Las Lomitas Elementary School District bond proposition, Measure S (November 2013)

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A Las Lomitas Elementary School District bond proposition, Measure S ballot question was on the November 5, 2013, election ballot for voters in the Las Lomitas Elementary School District in San Mateo County, which is in California. It was approved.

According to the district, the highest average tax rate levy per year needed to fund these bonds was estimated at $30 per $100,000 of assessed valuation.[1]

A 55% supermajority vote was required for approval.

Election results

Measure S
ResultVotesPercentage
Approveda Yes 2,305 73.9%
No81226.1%
These final, certified results are from the San Mateo County elections office.

Text of measure

The question on the ballot:

This text is quoted verbatim from the original source. Any inconsistencies are attributed to the original source.

Measure S:

“To repair and improve aging schools to protect quality academic instruction with funding that cannot be taken by Sacramento, shall Las Lomitas Elementary School District build classrooms for increased student enrollment, update/replace aging classrooms to meet current health/safety codes, renovate heating/electrical systems to save money, support 21st century instructional technology, acquire, repair, construct sites, facilities, equipment by issuing $60,000,000 in bonds at legal rates, with citizens’ oversight, no money for administrators, and all funds staying local?”[1]

Support

Supporters

  • San Mateo County Democratic Party[2]
  • Karen Fryling, Realtor at Coldwell Banker
  • Rich Ginn, President of the Las Lomitas Elementary School District Board
  • Sue Sartor, Principle at Las Lomitas Principal
  • Ray Mueller, Menlo Park Mayor

Arguments

Proponents of Measure S had outlined their arguments in the League of Women Voters’ Voter Guide. The arguments included the following:[3]

  • Last time that voters passed a similar bond measure, all school improvement projects were completed on time and within budget.
  • As the school district grows, there are not enough classrooms and buildings for students.
  • Taxpayer protections are included in the measure. No funds can be spent on administrators' salaries or pensions. Only facilities, technology and equipment upgrades are allowed. An independent citizens' oversight committee will ensure all funds are spent properly.

Opposition

  • The League of Women Voters of California could not identify any opponents or opposing arguments, as listed in their voter guide.[3]

Tax Rate Statement

Lisa Cesario, the Superintendent of the Las Lomitas School District, provided a tax rate statement for Measure S:[3]

This text is quoted verbatim from the original source. Any inconsistencies are attributed to the original source.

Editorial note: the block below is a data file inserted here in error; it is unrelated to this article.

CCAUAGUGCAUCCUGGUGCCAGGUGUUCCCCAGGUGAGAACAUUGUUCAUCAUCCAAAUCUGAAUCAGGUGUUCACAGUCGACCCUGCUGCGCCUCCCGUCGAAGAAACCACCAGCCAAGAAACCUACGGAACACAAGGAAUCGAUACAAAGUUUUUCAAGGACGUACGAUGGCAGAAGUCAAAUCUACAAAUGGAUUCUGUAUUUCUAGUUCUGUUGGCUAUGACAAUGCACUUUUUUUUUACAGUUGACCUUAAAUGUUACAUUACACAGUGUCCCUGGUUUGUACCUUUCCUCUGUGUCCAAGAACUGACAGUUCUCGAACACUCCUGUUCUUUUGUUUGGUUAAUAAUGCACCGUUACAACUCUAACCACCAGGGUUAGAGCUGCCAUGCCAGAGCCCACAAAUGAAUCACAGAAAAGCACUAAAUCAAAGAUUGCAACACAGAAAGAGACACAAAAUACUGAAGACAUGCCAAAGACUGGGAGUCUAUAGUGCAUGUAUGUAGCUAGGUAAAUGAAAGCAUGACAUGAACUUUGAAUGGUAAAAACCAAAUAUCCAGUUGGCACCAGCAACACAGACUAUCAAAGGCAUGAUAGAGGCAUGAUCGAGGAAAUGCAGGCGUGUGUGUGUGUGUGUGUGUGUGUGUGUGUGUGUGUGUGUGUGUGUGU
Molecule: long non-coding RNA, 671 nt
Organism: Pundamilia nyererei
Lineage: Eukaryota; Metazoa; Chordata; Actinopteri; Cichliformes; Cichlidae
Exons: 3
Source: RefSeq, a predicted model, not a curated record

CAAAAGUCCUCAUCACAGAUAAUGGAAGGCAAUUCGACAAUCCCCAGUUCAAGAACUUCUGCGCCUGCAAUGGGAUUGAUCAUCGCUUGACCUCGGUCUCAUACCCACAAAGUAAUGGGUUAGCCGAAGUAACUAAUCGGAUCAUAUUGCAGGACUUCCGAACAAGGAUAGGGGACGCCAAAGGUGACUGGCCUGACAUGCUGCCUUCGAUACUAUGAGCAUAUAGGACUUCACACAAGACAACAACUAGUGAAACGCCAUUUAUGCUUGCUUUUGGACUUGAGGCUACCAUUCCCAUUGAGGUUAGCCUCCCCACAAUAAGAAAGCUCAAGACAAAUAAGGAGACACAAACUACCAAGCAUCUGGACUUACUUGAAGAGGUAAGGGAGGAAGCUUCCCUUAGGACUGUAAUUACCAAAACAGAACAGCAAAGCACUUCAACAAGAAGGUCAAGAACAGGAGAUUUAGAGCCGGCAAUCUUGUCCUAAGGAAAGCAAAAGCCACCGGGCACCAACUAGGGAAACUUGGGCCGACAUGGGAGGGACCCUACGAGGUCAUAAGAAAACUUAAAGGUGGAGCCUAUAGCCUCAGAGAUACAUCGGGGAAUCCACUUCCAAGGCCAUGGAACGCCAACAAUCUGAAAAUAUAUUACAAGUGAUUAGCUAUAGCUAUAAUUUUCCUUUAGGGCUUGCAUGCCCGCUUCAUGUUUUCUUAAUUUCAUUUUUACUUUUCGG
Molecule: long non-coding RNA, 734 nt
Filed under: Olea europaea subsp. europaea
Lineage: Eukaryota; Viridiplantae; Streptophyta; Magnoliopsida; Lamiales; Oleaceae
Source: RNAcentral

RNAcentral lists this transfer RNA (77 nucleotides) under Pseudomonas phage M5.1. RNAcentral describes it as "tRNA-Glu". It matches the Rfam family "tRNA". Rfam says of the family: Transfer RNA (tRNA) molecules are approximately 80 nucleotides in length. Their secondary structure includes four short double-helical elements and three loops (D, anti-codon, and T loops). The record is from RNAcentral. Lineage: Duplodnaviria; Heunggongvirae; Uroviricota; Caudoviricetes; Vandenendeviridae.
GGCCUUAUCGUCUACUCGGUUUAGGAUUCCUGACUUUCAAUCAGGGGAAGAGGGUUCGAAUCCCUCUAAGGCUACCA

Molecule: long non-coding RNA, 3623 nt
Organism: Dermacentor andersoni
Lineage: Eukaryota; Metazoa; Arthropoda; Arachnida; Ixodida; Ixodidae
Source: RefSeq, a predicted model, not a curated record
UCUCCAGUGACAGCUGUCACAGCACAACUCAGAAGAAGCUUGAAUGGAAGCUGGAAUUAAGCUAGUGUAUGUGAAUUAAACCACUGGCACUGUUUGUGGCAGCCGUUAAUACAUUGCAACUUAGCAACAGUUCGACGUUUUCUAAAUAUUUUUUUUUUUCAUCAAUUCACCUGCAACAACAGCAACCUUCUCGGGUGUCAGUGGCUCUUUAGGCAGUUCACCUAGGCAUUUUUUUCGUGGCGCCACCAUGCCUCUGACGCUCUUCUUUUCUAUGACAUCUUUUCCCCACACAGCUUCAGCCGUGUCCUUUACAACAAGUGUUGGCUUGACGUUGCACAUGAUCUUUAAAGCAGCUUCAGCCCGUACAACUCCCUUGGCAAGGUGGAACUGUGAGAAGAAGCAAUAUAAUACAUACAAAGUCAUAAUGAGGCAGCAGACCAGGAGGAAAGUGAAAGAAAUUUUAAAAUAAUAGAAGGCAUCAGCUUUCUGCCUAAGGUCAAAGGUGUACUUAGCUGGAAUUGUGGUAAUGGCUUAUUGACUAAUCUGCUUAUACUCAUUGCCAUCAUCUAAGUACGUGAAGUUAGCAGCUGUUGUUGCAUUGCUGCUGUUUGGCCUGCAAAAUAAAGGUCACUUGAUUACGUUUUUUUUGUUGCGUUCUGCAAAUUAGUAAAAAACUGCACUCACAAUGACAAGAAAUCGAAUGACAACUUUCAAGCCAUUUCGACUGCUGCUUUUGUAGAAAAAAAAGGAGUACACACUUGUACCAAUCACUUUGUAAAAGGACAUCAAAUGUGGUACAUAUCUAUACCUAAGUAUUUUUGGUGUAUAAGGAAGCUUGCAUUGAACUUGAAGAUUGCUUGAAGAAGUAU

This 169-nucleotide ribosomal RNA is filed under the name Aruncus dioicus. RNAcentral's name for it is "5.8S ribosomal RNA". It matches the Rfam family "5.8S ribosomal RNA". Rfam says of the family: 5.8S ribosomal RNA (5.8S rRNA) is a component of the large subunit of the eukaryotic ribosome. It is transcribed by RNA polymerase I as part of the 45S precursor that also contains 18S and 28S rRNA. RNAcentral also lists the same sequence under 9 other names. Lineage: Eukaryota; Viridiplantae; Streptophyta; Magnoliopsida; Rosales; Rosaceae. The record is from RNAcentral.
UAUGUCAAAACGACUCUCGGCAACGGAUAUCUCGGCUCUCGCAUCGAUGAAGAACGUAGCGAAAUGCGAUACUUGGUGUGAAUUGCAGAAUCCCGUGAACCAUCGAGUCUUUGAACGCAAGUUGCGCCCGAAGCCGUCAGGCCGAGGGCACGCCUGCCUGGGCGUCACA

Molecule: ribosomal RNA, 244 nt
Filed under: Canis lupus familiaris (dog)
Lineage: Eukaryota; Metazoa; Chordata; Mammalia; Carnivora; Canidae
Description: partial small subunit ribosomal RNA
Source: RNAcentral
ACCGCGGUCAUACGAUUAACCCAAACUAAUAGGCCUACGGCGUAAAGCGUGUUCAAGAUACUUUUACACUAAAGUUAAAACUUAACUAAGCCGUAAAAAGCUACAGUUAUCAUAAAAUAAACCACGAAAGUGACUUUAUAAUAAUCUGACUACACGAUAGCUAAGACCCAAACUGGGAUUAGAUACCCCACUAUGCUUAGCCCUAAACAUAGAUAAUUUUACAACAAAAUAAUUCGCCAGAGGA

An election will be held in the Las Lomitas School District (the "District") on November 5, 2013, to authorize the sale of up to $60,000,000 in bonds of the District to finance projects as described in the measure. If such bonds are authorized and sold, principal and interest on the bonds will be payable only from the proceeds of tax levies made upon the taxable property in the District. The following information is provided in compliance with Sections 9400-9404 of the Elections Code of the State of California. Such information is based upon the best estimates and projections presently available from official sources, upon experience within the District, and other demonstrable factors. Based upon the foregoing and projections of the District's assessed valuation, the following information is provided:

1. The best estimate of the tax rate which would be required to be levied to fund this bond issue during the first fiscal year after the sale of the first series of bonds, based on a projection of assessed valuations, is $30.00 per $100,000 of assessed value for fiscal year 2014-15.
2. The best estimate of the tax rate which would be required to be levied to fund this bond issue during the first fiscal year after the sale of the last series of bonds, based on a projection of assessed valuations, is $30.00 per $100,000 of assessed value for fiscal year 2020-21.
3. The best estimate of the highest tax rate which would be required to be levied to fund this bond issue, based on a projection of assessed valuations, is $30.00 per $100,000 of assessed value for fiscal year 2014-15 and the subsequent fiscal years thereafter voters oters should note the estimated tax rate is based on the ASSESSED v VALUE of taxable property on the County's official tax rolls, not on the property's market value. In addition, taxpayers eligible for a property tax exemption, such as the homeowner's exemption, will be taxed at a lower effective tax rate than described above. Property owners should consult their own property tax bills and tax advisors to determine their property's assessed value and any applicable tax exemptions. The attention of all voters is directed to the fact that the foregoing information is based upon projections and estimates only, which are not binding upon the District. The actual tax rates and the years in which they will apply may vary from those presently estimated, due to variations from these estimates in the timing of bond sales, the amount of bonds sold and market interest rates at the time of each sale, and actual assessed valuations over the term of repayment of the bonds. The date of sale and the amount of bonds sold at any given time will be determined by the District based on the need for construction funds and other factors. The actual interest rates at which the bonds will be sold will depend on the bond market at the time of sale. Actual future assessed valuations will depend upon the amount and value of taxable property within the District as determined by the County Assessor in the annual assessment and the equalization process.

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